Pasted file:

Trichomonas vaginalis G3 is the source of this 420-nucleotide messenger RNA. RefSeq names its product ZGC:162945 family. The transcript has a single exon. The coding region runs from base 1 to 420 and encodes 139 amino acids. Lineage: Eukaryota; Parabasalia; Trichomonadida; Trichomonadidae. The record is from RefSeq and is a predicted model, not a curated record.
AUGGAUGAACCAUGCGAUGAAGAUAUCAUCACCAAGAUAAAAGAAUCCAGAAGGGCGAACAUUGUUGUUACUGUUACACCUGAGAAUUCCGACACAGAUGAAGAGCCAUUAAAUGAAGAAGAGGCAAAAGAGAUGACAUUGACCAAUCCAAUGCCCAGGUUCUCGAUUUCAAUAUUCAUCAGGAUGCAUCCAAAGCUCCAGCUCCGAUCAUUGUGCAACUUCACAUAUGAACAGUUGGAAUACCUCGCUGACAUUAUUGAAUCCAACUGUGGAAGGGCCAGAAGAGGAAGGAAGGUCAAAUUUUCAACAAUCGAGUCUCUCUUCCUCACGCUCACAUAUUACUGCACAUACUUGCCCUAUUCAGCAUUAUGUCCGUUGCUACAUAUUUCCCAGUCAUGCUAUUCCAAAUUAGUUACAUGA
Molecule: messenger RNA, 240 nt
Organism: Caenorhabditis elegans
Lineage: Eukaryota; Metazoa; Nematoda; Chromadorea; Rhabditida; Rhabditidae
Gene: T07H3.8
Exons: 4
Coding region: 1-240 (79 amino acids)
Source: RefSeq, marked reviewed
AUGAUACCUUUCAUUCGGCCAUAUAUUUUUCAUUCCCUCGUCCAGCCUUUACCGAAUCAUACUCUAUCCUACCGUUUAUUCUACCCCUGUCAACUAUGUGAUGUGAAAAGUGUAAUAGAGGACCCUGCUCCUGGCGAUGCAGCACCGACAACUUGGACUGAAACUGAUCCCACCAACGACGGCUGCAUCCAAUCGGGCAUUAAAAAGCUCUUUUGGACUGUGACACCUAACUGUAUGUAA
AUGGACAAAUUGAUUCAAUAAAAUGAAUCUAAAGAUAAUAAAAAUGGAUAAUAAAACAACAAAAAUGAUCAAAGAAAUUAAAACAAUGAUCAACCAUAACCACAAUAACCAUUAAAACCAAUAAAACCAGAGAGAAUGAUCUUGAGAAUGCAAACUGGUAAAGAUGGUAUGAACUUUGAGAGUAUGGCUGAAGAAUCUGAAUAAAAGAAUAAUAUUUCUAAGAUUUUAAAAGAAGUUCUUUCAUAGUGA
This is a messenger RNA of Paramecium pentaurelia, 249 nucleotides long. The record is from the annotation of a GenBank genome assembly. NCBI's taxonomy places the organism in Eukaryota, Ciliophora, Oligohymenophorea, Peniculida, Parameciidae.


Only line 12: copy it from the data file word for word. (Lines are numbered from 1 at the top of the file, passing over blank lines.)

This is a messenger RNA of Paramecium pentaurelia, 249 nucleotides long. The record is from the annotation of a GenBank genome assembly. NCBI's taxonomy places the organism in Eukaryota, Ciliophora, Oligohymenophorea, Peniculida, Parameciidae.